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March 23, 2020 Download PDF
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The coronavirus (COVID-19) pandemic has significantly affected the ability of businesses across the United Stated to continue to operate in the ordinary course. In recent days, state and local governments across the United States have instituted increasingly restrictive measures, including the closure of non-essential businesses and even orders to “shelter in place,” in an effort to limit the disease’s spread. The existence of these restrictions and a host of changing market conditions pose a real threat to the liquidity and profitability of many businesses, and are forcing business owners to make difficult decisions. Retailers across the country have begun trimming their hours of operation or closing their stores entirely. We have seen companies lay off large portions of their work force in order to cut costs. Tenants are also weighing the decision to abandon premises they lease or to withhold rent due to their landlords. This memorandum highlights certain actions that commercial tenants suffering hardship as a result of the COVID-19 pandemic should consider taking, as well as certain factors they should take into account in doing so.
Practical Courses of Action
Commercial tenants affected by the pandemic should closely review the terms of their leases – and consider the applicability of remedies that may be available to them under statutory provisions and common law doctrines – in order to determine whether they can terminate their leases (if it makes sense to do so) or seek rent abatements.
After analyzing their rights, tenants should strongly consider reaching out to their landlords and attempting to negotiate appropriate arrangements in light of the circumstances. Especially in instances in which the landlord is predisposed to keep the lease in place and the tenant is experiencing or at risk of severe economic distress, the landlord may well be receptive to such discussions. Many tenants have already begun exploring options with their landlords. Among other things, parties have discussed reductions in the rent owed by tenants (often for a specified period of time or on an indefinite basis until operations resume), deferrals of tenants’ obligations to pay their rent (again, for specified periods or indefinitely pending the resumption of operations), and termination of the leases (often for a stipulated sum).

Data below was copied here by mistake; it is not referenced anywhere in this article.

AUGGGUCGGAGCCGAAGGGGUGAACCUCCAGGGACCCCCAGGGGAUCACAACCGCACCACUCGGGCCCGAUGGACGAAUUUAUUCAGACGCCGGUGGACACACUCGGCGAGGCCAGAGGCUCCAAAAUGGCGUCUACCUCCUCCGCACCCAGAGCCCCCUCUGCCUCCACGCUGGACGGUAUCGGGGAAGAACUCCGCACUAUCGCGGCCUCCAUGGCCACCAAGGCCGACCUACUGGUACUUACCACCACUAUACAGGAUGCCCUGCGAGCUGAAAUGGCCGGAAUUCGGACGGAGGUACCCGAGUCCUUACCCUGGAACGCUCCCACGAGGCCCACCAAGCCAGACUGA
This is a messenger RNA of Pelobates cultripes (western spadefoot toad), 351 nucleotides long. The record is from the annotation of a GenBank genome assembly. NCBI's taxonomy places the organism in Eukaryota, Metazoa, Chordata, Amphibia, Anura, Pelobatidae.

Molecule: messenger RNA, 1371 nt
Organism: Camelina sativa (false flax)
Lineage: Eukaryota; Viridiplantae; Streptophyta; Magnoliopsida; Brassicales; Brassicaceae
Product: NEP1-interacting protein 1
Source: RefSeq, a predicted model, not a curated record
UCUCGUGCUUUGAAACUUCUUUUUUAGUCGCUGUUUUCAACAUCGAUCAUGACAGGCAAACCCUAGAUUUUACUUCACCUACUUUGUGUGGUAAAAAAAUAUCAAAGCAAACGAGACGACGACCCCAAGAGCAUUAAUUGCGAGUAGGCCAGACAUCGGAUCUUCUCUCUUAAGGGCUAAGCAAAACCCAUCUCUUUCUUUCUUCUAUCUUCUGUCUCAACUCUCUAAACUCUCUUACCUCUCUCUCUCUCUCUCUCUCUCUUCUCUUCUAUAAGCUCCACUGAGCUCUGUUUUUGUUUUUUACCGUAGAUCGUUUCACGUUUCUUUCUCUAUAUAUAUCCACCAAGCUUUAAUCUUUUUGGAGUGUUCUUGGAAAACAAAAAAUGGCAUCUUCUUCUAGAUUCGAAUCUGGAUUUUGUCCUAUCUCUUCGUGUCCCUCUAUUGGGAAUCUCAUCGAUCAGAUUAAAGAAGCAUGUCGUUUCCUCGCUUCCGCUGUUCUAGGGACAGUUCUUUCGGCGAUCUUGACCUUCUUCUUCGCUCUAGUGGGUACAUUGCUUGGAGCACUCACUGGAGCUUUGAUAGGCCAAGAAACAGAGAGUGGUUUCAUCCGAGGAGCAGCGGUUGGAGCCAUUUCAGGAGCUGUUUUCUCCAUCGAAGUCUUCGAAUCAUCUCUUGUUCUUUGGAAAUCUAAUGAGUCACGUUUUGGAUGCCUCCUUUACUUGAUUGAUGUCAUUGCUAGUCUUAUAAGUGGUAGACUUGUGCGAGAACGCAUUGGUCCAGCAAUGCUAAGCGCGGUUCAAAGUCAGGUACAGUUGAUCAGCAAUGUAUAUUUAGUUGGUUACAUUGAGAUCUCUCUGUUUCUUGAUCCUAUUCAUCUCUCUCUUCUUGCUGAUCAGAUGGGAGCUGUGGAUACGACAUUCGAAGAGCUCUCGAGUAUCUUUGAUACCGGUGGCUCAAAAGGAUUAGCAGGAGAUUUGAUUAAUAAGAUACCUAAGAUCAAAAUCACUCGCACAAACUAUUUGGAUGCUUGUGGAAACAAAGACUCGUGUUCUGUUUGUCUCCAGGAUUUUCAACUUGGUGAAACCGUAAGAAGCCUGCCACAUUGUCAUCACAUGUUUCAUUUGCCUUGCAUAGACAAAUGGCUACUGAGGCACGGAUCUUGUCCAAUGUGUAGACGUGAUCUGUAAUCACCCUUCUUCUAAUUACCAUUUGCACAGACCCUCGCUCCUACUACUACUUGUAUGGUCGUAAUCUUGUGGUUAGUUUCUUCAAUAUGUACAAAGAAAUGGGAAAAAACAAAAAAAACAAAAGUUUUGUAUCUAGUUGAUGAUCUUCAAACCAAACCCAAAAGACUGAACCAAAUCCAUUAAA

In the absence of a negotiated arrangement, tenants intending to assert – based on one or more of the theories outlined below – that they are entitled to terminate their leases, or receive abatements of their rent, should promptly notify their landlords of those claims. They may want to continue to pay in full the rent provided for in their leases, and then seek refunds of rent based on those claims. Tenants that are unable to – or elect for strategic purposes not to – pay rent on a current basis may be able to escape remedial action by landlords in the short term (to the extent landlords are disinclined to enforce remedies or courts are unavailable or unwilling to grant relief). Tenant should understand, however, that they may fail in any future attempt to terminate their leases or secure abatements and may be liable (along with their guarantors) for delinquent rent and interest thereon.
In all events, tenants and landlords alike should consider the availability of alternative sources of relief, including insurance policies, potential claims of just compensation for regulatory takings, and federal, state and local programs designed to assist ailing businesses during these trying times. There may well be limitations on parties’ ability to recover insurance proceeds based on the existence of a pandemic and/or governmental actions to combat it. For example, policies of business interruption insurance may provide coverage only in the case of physical damage to property by casualty and/or contain specific exclusions for epidemics. Consistent with the advice of the Real Estate Board of New York, however, parties should review their insurance policies to determine what claims might be available to them and promptly notify their insurers of those claims.
Remedies Available to Landlords
The abandonment of leased premises or the failure to pay rent would typically constitute a breach of the applicable lease. Depending on the terms of the lease, the tenant may have a cure period, although any cure periods for such breaches are generally short. If a tenant has no notice or cure right or remains in breach beyond the applicable notice or cure period, the landlord may begin to draw down on any security posted with the landlord (usually in the form of a cash security deposit or letter of credit), sue the tenant and/or any guarantor for damages, and/or initiate eviction proceedings.
Limitations on the Exercise of Remedies